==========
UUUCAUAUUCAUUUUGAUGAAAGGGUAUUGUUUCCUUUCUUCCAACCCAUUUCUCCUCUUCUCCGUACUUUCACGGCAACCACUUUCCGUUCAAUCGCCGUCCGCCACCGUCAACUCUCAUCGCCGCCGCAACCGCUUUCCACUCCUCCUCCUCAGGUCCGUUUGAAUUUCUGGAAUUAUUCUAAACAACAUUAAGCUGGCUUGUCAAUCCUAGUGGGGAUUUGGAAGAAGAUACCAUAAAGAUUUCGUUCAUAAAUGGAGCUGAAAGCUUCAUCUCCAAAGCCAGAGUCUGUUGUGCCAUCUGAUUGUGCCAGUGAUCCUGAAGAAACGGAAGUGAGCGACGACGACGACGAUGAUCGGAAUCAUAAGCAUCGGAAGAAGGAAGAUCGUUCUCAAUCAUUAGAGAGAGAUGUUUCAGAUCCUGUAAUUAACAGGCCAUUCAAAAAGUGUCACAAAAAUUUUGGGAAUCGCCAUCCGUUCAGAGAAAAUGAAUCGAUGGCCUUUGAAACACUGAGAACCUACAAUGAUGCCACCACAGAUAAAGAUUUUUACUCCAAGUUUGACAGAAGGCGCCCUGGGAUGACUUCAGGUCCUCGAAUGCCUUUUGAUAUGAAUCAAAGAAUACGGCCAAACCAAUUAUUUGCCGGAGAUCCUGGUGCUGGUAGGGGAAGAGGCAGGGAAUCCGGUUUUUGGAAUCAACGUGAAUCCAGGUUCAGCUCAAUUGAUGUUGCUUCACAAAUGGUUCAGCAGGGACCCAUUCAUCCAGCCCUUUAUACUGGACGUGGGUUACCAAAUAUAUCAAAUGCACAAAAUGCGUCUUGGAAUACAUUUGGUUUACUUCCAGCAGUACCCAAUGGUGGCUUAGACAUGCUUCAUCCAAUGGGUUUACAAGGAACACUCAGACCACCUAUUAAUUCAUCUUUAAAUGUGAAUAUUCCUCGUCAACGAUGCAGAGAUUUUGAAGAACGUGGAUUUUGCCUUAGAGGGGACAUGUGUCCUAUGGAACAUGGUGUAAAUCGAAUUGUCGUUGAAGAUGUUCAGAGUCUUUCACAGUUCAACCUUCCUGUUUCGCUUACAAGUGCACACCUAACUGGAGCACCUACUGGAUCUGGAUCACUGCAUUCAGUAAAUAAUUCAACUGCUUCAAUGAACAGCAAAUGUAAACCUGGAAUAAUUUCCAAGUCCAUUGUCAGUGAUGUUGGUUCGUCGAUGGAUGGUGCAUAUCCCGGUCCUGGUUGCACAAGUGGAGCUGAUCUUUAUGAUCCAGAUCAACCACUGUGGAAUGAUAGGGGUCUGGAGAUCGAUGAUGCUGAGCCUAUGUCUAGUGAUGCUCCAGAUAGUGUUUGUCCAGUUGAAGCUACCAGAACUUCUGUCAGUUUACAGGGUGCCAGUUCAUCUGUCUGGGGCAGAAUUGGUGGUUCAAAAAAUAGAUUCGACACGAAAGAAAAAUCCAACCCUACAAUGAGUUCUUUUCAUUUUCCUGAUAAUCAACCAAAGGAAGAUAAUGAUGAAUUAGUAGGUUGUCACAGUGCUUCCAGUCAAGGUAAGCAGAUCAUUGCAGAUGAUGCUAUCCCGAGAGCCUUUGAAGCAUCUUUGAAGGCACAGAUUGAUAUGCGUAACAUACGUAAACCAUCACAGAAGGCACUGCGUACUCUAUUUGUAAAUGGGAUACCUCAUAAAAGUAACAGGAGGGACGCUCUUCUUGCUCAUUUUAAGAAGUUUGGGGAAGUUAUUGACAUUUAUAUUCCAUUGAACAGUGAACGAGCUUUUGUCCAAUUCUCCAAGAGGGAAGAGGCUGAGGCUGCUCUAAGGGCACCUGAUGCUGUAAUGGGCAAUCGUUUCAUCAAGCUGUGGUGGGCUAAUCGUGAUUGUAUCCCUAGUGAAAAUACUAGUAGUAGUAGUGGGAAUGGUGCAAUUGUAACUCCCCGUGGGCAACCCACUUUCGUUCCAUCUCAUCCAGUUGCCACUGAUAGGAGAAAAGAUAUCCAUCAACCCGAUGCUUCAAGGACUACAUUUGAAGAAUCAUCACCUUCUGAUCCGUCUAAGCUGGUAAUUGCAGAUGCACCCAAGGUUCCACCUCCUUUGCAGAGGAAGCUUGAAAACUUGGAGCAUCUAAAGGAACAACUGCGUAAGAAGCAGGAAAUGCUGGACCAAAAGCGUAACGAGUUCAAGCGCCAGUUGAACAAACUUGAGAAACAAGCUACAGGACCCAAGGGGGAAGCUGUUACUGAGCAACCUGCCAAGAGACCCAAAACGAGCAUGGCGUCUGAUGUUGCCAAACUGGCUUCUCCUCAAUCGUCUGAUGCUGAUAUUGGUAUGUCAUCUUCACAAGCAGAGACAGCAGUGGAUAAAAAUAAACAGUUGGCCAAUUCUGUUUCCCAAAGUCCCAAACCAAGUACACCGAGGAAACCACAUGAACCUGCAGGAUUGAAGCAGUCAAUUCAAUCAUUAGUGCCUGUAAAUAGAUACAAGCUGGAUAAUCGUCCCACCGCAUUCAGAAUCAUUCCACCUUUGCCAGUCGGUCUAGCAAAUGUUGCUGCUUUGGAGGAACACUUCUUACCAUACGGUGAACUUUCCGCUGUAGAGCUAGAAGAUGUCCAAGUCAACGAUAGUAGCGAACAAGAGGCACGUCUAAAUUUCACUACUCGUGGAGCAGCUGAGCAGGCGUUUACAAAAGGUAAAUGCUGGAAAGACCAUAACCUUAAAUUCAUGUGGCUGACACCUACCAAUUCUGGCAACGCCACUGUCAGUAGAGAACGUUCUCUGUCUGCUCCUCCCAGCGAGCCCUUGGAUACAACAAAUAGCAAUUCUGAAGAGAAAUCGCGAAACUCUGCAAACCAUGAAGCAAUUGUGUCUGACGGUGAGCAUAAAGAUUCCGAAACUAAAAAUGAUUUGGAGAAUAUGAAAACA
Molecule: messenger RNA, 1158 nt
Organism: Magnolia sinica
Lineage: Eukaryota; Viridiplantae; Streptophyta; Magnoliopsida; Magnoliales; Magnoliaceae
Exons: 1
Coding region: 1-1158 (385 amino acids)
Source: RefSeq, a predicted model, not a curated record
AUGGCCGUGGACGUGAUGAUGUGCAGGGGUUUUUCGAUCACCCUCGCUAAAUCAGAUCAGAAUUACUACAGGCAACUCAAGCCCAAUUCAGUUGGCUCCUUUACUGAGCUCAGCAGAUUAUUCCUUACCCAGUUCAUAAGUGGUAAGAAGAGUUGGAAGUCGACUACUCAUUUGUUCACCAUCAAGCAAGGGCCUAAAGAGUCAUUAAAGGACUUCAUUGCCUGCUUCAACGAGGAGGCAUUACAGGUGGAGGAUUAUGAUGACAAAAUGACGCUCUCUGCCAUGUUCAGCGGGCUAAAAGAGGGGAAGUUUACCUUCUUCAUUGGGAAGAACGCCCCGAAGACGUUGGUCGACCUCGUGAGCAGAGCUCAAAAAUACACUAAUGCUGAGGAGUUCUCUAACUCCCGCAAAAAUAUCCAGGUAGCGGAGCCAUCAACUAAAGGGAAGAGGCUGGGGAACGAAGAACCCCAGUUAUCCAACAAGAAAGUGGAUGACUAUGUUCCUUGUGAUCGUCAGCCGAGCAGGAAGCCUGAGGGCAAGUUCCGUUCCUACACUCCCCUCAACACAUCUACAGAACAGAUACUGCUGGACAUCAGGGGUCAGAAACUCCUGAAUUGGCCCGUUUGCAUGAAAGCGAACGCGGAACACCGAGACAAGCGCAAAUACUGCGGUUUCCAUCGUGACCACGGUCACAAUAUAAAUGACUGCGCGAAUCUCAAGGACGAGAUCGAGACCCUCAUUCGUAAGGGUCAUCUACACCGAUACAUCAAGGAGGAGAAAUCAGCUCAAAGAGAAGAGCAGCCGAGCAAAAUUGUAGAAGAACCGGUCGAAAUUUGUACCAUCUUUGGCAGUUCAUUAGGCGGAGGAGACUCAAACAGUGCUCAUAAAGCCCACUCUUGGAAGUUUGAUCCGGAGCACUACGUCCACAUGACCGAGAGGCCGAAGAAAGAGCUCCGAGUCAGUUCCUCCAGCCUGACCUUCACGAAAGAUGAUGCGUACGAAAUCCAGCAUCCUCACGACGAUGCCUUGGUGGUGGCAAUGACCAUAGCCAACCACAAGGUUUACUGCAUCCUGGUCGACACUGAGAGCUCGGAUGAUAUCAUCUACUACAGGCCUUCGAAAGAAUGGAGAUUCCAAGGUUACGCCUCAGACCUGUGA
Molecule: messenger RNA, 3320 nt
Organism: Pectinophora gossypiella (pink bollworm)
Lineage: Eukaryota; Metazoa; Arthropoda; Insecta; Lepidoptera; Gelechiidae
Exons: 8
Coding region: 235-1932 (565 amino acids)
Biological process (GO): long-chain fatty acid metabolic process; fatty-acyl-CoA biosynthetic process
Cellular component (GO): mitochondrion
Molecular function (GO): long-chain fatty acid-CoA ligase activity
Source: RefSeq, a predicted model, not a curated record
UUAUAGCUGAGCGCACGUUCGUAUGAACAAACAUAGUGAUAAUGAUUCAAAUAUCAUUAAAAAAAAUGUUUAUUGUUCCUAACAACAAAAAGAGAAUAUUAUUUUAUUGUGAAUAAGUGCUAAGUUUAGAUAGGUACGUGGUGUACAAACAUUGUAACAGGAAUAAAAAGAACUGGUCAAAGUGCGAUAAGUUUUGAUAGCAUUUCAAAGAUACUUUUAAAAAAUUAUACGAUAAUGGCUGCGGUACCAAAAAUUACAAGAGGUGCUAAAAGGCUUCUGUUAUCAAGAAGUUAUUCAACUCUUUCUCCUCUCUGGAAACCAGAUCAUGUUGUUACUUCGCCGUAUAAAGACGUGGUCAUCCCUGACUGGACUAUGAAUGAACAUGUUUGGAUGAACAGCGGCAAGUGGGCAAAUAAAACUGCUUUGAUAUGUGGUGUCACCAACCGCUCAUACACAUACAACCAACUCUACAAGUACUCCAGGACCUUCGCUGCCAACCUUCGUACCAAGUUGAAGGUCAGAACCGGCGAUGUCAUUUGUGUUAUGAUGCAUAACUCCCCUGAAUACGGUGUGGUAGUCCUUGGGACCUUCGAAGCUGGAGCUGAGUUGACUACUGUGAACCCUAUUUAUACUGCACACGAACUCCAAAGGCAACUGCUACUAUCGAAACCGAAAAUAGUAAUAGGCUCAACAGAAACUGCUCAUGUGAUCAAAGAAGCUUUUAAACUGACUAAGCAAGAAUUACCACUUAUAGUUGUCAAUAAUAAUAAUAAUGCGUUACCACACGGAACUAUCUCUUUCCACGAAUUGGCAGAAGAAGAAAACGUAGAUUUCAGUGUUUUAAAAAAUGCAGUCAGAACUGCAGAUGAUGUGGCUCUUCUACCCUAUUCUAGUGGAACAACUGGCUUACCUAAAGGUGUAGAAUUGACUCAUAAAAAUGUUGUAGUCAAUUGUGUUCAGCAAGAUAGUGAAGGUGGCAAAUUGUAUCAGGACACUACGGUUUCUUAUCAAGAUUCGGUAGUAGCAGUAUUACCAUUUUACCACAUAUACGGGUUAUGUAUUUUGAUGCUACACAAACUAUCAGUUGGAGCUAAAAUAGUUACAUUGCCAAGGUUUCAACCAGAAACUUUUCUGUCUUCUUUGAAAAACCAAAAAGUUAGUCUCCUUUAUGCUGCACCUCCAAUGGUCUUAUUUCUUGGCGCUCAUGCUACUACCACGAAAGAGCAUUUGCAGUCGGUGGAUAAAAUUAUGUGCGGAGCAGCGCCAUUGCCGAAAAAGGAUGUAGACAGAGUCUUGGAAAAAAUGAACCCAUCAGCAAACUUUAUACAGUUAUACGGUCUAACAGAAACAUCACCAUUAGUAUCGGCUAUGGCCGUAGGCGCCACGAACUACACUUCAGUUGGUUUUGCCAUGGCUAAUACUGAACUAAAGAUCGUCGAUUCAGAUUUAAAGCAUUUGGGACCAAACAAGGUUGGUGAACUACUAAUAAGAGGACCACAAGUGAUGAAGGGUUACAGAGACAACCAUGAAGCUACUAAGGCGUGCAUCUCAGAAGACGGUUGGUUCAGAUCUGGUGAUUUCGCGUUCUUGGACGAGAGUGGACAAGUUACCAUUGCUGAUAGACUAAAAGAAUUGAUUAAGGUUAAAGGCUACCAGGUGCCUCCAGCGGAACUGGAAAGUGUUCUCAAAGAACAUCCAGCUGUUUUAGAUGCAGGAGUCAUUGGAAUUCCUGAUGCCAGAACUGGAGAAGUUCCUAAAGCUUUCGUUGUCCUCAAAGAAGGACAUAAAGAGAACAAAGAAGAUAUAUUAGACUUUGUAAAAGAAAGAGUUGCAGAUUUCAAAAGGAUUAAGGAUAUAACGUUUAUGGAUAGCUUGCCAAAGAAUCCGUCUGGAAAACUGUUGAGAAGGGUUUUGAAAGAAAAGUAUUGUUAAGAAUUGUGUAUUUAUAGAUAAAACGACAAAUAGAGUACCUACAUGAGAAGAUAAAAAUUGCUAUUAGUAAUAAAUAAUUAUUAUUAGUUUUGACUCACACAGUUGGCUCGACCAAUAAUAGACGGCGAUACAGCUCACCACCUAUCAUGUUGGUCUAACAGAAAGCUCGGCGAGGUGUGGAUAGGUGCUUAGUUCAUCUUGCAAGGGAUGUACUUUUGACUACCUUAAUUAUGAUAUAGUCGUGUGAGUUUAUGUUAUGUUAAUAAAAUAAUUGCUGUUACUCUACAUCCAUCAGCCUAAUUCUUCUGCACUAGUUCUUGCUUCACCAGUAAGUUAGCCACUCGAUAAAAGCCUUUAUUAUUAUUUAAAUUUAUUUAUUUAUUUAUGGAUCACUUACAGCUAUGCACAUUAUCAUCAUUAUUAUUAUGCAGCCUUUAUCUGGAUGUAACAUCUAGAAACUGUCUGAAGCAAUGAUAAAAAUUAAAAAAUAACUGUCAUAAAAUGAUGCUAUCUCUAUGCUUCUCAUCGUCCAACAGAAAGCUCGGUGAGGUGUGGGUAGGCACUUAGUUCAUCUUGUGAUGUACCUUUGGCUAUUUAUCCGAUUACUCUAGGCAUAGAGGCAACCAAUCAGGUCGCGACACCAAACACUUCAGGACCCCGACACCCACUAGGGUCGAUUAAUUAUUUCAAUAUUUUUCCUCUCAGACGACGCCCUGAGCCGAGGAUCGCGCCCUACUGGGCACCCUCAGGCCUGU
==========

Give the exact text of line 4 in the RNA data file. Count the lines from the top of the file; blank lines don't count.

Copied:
Lineage: Eukaryota; Viridiplantae; Streptophyta; Magnoliopsida; Magnoliales; Magnoliaceae